Written by attorney Deepak Malhotra

How to Prepare a Specimen for a Trademark Application

There are two types of trademark applications that can be filed in the U.S. One is an application for a mark that has already been in use, another is an intent-to-use application.

For a use-based application, a specimen showing how the mark is used must be filed along with the application. For an intent-to-use application, an amendment to allege use, also known as a statement of use must be filed after allowance of the application along with a specimen. Trademark rights are based on use. Along with a specimen, an amendment to allege use must include a verified statement that the mark is in use in commerce, and must specify the date of the applicant's first use of the mark and first use of the mark in commerce for each class of goods/services.

The specimen must show the mark as used on or in connection with the goods in commerce. A trademark specimen should be a label, tag, or container for the goods, or a display associated with the goods. A photocopy or other reproduction of a specimen of the mark as actually used on or in connection with the goods is acceptable.

The Office may accept another document related to the goods or the sale of the goods when it is not possible to place the mark on the goods, packaging, or displays associated with the goods. (definition of "use in commerce"). This provision is not intended as a general alternative to submitting labels, tags, containers or displays associated with the goods; it applies only to situations when the nature of the goods makes use on these items impracticable. A mere assertion of impracticability may not suffice to establish that such use is impracticable; rather, the record must indicate that the goods are in fact of such a nature. For example, it may be impracticable to place the mark on the goods or packaging for the goods if the goods are natural gas, grain that is sold in bulk, or chemicals that are transported only in tanker cars.

The specimen may not be a "picture" of the mark, such as an artist's drawing or a printer's proof that merely illustrates what the mark looks like and is not actually used on or in connection with the goods in commerce.

In most cases, where the trademark is applied to the goods or the containers for the goods by means of labels, a label is an acceptable specimen.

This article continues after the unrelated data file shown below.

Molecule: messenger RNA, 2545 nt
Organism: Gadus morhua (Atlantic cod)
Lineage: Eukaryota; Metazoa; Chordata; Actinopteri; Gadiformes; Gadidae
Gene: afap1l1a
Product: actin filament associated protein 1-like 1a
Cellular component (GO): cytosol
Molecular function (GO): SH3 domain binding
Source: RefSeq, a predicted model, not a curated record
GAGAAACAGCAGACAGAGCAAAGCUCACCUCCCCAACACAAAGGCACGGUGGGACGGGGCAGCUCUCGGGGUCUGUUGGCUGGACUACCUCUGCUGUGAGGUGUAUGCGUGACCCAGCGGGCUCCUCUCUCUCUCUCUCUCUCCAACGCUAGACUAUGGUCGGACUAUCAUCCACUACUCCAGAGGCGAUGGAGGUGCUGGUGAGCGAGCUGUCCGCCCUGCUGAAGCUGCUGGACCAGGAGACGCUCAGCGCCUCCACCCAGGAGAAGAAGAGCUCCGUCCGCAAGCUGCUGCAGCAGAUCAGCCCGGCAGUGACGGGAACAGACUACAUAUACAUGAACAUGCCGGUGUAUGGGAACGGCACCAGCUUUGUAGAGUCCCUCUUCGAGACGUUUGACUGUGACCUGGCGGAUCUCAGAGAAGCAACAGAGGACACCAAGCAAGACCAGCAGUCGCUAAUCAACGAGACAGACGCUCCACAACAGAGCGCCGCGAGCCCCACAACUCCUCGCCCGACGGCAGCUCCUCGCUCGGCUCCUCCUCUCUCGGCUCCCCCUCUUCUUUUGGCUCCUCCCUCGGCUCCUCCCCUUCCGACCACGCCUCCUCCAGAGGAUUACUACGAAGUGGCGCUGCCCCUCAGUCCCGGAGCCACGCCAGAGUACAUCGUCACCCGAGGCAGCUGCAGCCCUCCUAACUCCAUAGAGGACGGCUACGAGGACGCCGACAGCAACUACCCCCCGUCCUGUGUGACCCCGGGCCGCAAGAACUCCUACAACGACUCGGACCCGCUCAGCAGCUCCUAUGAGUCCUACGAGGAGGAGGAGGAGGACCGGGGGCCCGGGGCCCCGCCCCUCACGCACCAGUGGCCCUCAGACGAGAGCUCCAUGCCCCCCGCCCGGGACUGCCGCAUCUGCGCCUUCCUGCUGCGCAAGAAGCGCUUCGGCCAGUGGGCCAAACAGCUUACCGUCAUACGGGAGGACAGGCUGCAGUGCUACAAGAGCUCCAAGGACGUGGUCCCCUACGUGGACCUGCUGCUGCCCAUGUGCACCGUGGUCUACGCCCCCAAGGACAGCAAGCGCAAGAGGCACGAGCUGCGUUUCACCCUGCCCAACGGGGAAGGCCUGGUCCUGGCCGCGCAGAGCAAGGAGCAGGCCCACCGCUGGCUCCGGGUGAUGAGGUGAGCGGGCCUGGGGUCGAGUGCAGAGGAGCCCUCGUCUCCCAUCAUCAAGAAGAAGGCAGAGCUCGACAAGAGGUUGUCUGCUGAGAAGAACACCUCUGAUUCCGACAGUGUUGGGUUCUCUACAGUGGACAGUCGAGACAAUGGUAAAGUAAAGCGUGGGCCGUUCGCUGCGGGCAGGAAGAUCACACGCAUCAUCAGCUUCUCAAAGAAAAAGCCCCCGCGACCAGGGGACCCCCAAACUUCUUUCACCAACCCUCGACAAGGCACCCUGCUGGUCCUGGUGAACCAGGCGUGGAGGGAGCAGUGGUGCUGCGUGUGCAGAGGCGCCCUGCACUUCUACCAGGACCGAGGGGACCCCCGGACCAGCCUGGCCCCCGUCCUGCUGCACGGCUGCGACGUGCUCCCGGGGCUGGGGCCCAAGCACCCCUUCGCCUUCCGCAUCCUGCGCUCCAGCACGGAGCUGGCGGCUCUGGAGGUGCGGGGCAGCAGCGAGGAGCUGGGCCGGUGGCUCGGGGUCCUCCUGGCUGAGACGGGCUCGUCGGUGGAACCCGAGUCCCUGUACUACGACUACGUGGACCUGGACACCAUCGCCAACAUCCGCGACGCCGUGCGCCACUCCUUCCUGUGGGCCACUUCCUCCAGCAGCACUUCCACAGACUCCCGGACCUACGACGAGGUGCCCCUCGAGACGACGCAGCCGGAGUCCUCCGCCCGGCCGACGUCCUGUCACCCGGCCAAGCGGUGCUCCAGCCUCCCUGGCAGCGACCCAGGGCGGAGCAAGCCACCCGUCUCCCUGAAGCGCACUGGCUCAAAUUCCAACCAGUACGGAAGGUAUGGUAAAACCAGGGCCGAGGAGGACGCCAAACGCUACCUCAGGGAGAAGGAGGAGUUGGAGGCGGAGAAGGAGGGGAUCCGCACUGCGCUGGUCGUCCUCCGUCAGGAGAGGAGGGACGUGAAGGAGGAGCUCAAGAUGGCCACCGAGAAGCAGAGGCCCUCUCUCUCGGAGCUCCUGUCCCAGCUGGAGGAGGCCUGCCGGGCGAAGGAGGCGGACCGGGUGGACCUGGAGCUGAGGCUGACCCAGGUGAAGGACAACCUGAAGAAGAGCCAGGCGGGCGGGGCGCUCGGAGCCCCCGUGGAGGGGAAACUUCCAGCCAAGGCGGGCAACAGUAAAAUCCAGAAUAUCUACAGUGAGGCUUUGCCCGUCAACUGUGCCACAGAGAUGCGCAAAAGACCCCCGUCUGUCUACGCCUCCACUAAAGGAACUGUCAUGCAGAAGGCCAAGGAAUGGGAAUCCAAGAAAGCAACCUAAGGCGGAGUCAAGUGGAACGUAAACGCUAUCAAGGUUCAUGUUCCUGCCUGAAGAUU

Shipping or mailing labels may be accepted if they are affixed to the goods or to the containers for the goods and if proper trademark usage is shown.

Stamping a trademark on the goods, on the container, or on tags or labels attached to the goods or containers, is a proper method of trademark affixation. The trademark may be imprinted in the body of the goods, as with metal stamping; it may be applied by a rubber stamp; or it may be inked on by using a stencil or template.

When a trademark is used in this manner, facsimiles comprising sheets of paper or other materials on which impressions of the trademark are stamped or stencilled are normally acceptable as specimens.

When the specimen consists of a stamp on paper, the applicant must explain the nature of the specimen and how it is used.

The terminology "applied to the containers for the goods" means applied to any type of commercial packaging that is normal for the particular goods as they move in trade. Thus, a showing of the trademark on the normal commercial package for the particular goods is an acceptable specimen. For example, gasoline pumps are normal containers or "packaging" for gasoline.

A specimen showing use of the trademark on a vehicle in which the goods are marketed to the relevant purchasers may constitute use of the mark on a container for the goods, if this is the normal mode of use of a mark for the particular goods.

The specimen can be sent to the U.S. Patent and Trademark Office by mail or can be filed electronically as a .jpg attachment at

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